America and the great war

56 %
44 %
Information about America and the great war
Education

Published on March 4, 2014

Author: arleneinbaytown

Source: slideshare.net

America and the Great War • The “War to End all Wars”, the “Great War” was, for America, a rather brief yet decisive experience. Unlike the major players in Europe, for America, the human cost was relatively low-about 112,000. • Economically: a boom • Politically: propelled US into the International forefront • Politically: The end of Progressive ideals

WWI Woodrow Wilson was the President He stated to “strike a new note in international affairs and to see that sheer honesty and even unselfishness should prevail over nationalistic selfseeking”. He strongly opposed imperialism

What was happening in Europe? • Despite more than 40 years of general peace, tensions among some European nations—England, France and Germany—were building in 1914. Throughout the late 1880’s and early 1900’s, a number of factors created problems among the powers of Europe and set the stage for a monumental war.

The MAIN reasons for war

Militarism • Building up arms • When Germany stated to modernize its army and navy, England felt it had to do the same . Other major powers followed their lead. • http://youtu.be/D6_r6eB_nQY

Alliances • Agreements or promises to defend and help another country. • A series of interlocking allies • When the conflict started, these ties led to the division of Europe into 2 camps • http://youtu.be/UAeMeuuspmk

Imperialism Trying to build up an empire. By the 1800’s, Britain and France had colonies in Africa and Asia that provided raw materials and markets for their products. Germany wanted its own colonies and trade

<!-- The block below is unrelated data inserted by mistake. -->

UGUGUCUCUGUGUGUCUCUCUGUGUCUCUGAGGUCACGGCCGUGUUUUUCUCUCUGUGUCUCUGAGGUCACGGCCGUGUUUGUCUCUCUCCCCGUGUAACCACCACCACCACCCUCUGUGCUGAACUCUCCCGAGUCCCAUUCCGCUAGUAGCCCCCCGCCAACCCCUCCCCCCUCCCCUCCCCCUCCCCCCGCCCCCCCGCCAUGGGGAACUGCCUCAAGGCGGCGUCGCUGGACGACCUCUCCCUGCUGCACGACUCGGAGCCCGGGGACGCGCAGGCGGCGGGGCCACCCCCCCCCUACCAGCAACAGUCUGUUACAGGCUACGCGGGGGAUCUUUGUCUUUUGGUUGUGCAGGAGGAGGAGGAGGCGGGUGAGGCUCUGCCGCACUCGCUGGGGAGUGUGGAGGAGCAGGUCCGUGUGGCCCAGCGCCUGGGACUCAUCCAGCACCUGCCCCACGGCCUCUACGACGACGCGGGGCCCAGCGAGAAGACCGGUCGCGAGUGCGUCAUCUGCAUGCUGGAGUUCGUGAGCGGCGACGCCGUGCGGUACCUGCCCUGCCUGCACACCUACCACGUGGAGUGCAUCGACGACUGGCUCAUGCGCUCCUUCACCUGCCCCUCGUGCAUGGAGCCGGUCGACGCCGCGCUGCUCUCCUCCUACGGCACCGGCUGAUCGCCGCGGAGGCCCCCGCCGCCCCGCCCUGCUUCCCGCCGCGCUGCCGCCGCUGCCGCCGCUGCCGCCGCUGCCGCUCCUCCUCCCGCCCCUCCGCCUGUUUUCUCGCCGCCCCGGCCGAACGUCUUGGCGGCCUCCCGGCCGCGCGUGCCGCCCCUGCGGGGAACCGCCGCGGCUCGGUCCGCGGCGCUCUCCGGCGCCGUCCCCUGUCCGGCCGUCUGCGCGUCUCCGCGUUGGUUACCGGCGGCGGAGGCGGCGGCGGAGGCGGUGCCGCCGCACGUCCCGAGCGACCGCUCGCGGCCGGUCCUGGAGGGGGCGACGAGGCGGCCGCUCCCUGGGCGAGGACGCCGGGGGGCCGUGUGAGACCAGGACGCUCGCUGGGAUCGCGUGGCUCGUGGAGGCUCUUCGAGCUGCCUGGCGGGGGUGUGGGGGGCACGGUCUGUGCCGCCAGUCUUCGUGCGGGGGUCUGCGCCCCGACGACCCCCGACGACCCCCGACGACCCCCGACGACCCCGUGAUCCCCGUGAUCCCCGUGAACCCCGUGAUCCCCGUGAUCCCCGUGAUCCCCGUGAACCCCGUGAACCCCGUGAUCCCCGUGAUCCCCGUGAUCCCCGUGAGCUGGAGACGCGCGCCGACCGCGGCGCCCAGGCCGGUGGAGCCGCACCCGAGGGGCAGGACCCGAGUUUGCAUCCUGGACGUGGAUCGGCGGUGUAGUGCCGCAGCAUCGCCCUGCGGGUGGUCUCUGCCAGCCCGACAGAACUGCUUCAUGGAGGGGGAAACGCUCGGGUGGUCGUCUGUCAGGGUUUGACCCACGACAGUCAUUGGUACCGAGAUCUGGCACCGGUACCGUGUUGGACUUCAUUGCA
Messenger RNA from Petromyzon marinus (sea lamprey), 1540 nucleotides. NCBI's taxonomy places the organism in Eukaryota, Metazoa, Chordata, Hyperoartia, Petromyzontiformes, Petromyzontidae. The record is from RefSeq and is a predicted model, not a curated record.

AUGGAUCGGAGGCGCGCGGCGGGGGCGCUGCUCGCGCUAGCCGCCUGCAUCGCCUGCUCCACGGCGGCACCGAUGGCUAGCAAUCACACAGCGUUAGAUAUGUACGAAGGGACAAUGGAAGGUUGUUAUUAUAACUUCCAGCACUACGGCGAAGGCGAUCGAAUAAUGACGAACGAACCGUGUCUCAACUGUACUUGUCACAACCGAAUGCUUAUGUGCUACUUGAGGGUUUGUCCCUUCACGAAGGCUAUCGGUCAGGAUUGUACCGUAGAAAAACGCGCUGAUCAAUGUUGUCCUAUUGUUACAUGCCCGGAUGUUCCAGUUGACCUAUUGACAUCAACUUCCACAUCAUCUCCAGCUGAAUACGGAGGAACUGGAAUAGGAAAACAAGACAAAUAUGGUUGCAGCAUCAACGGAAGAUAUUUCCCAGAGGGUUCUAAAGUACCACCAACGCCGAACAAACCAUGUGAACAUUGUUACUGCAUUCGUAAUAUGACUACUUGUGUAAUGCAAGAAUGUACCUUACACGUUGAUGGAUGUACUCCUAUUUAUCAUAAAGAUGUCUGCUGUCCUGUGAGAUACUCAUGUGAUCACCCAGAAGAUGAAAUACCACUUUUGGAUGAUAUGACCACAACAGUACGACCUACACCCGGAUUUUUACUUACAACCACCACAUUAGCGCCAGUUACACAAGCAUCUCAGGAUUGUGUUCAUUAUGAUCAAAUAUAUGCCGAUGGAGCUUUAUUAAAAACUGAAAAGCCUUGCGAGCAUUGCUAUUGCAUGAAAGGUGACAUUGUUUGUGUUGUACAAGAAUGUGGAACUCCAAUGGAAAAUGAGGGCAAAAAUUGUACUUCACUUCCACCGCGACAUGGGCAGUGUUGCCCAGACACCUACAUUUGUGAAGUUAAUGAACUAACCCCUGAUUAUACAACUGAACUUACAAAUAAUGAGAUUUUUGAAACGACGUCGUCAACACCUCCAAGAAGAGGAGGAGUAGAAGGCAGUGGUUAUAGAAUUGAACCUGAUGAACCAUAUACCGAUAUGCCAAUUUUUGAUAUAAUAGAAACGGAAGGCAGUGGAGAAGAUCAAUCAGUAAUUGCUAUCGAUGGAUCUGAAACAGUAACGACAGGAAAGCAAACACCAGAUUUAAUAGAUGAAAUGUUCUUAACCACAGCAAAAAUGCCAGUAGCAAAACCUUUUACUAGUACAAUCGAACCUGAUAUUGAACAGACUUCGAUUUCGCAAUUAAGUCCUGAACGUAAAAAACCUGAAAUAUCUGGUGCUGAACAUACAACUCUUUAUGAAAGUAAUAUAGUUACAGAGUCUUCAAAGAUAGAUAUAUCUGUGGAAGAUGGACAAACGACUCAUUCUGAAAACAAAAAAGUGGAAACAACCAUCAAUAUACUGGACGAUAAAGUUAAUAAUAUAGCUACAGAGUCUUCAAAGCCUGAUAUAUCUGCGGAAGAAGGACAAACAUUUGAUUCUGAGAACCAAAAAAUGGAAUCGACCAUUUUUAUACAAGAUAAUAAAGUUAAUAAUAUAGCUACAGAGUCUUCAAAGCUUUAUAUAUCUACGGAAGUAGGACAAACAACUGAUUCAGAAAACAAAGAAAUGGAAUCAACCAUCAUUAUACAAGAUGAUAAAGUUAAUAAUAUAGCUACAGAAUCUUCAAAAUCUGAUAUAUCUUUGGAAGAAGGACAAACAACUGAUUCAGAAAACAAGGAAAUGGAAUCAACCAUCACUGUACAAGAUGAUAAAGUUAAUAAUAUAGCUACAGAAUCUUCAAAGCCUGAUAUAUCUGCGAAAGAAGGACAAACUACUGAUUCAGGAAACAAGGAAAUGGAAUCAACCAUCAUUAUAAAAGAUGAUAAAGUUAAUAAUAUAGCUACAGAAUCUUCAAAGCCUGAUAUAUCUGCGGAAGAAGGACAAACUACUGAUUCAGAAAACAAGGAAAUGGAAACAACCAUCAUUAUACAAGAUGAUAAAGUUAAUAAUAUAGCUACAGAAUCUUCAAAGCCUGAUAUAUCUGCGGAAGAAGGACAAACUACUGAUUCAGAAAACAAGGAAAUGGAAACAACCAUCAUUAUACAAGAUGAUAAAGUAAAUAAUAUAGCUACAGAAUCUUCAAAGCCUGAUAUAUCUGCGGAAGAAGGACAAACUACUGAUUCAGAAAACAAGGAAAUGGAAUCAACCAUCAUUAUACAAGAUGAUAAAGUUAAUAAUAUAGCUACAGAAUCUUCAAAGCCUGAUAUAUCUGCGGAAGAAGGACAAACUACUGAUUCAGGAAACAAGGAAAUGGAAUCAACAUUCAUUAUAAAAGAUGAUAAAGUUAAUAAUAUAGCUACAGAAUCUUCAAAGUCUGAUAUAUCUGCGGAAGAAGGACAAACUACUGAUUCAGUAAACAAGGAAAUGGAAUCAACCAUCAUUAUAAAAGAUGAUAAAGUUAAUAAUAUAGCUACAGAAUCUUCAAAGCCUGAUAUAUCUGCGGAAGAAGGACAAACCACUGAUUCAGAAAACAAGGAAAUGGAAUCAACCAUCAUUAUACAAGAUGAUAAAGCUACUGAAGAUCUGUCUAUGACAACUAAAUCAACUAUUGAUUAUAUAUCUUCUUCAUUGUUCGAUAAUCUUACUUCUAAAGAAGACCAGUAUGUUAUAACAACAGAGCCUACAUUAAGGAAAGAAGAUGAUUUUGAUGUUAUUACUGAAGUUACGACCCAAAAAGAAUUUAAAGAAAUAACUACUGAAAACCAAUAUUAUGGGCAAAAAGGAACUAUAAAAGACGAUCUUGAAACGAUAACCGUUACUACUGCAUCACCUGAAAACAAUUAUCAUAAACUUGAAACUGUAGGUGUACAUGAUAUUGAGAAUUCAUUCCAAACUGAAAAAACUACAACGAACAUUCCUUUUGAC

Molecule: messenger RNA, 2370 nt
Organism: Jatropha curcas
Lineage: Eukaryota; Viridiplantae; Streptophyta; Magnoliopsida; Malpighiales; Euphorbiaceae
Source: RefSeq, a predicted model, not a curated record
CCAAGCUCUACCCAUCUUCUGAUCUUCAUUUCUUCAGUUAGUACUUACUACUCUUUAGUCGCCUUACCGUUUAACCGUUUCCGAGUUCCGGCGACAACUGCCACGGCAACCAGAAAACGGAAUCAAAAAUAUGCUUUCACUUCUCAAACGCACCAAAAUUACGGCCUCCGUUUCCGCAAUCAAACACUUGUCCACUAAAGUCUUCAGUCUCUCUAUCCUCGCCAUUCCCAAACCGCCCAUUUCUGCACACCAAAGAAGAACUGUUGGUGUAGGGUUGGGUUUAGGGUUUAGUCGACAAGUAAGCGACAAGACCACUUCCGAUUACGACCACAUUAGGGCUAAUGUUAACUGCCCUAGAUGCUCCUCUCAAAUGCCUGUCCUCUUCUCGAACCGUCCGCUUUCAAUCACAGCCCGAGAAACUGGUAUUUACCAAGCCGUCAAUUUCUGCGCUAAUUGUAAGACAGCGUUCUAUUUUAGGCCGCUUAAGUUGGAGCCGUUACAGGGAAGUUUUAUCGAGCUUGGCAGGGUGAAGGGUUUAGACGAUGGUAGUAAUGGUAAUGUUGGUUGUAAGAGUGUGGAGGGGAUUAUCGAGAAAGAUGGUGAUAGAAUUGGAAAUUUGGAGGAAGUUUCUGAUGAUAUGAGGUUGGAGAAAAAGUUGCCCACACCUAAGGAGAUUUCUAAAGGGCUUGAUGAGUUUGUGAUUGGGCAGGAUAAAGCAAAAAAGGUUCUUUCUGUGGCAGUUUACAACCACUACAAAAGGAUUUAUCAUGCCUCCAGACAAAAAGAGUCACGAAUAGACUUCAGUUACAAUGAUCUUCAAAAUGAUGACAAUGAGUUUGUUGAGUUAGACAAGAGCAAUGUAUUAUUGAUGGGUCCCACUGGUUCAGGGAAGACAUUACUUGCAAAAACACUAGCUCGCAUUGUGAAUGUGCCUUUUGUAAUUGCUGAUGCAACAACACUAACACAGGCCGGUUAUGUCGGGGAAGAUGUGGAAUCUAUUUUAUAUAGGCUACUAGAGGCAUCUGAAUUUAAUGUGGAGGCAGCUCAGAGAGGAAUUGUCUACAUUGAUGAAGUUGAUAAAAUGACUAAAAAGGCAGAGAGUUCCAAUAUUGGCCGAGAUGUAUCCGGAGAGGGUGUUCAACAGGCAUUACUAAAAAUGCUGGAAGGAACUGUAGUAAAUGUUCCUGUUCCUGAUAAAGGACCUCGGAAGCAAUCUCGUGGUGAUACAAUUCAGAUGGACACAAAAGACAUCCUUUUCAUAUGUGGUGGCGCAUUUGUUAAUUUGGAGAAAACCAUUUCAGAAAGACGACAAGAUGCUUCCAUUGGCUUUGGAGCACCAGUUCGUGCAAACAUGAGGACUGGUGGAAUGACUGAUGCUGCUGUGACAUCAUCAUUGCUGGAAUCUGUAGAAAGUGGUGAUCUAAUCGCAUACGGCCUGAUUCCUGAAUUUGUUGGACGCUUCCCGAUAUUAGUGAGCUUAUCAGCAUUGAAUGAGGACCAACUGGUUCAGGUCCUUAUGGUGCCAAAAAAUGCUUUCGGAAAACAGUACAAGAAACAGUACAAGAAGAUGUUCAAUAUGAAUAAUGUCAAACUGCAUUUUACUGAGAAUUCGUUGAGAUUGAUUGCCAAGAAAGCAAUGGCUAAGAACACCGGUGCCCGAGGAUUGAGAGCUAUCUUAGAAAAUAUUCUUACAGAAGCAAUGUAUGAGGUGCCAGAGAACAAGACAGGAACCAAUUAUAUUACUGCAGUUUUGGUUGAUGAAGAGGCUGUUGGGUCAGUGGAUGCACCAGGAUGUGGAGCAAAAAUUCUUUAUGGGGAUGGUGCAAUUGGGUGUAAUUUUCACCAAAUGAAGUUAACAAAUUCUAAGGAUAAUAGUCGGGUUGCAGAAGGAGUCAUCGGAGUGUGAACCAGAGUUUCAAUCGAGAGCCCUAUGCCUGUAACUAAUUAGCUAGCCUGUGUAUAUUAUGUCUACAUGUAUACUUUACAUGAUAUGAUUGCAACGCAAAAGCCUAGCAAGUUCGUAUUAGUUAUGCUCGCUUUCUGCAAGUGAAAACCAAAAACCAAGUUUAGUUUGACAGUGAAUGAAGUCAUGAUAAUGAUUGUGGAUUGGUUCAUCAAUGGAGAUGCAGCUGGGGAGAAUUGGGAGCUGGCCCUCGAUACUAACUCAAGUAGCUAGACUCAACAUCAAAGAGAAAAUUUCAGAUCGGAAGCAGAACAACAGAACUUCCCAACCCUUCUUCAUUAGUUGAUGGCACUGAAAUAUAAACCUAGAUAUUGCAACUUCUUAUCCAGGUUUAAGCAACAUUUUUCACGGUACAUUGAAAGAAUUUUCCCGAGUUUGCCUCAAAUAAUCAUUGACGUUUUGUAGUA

Nationalism • Having pride in your country, willing to defend it. As well as self-determination-the ability to chose own government

Nationalism • Having pride in your country, willing to defend it. As well as self-determination-the ability to chose own government

The Balkan Crisis

• Historically, the Ottoman Empire and the Austro-Hungarian Empire had ruled the Balkans. But as nationalism became a powerful force in the 1800’s, the different national groups—the Serbs, Bosnians, Croats and Slovens-- within these empires began to press for independence. • The first to gain independence were the Serbs—they formed Serbia.

Russia supported Serbia, BUT AustriaHungary did not and annexed Bosnia

The Serbs were furious-it demonstrated to them that AustriaHungary had no intention of letting the Slavic people become independent. • So then the archduke of Austria-Hungary Franz Ferdinand visited the Bosnia capital of Sarajevo and was assassinated by a Serbian.

The War Begins

The War Begins • The Austria-Hungary government blamed Serbia so they were going to attack Serbia. • AuHu asked Germany for support • AuHu declared on Serbia • Germany declared war on Russia and France • After Germany crossed through Belgium to France, Britain declared war on German

The Sides Triple Entente-Allied Powers --Great Britain --France --Russia (United States) Triple Alliance—Central Powers --Germany --Austria-Hungary --Italy

Relations • Queen Victoria had just died. Her son King George V was king. • The Kaiser of Germany was her grandson • The Czar of Russia was her grandson

American Neutrality • When the fighting began, President Wilson declared the US to be neutral. However, that was difficult to do. • Why????

• We were a country of immigrants—different opinions. • There were over 8 million Germans living here and over 4.5 million Irish. • Most Americans did side with the Allied Powers. • Economically hard—neutral country • Propaganda played a very important role. Both sides used propaganda to influence the US to enter on either side.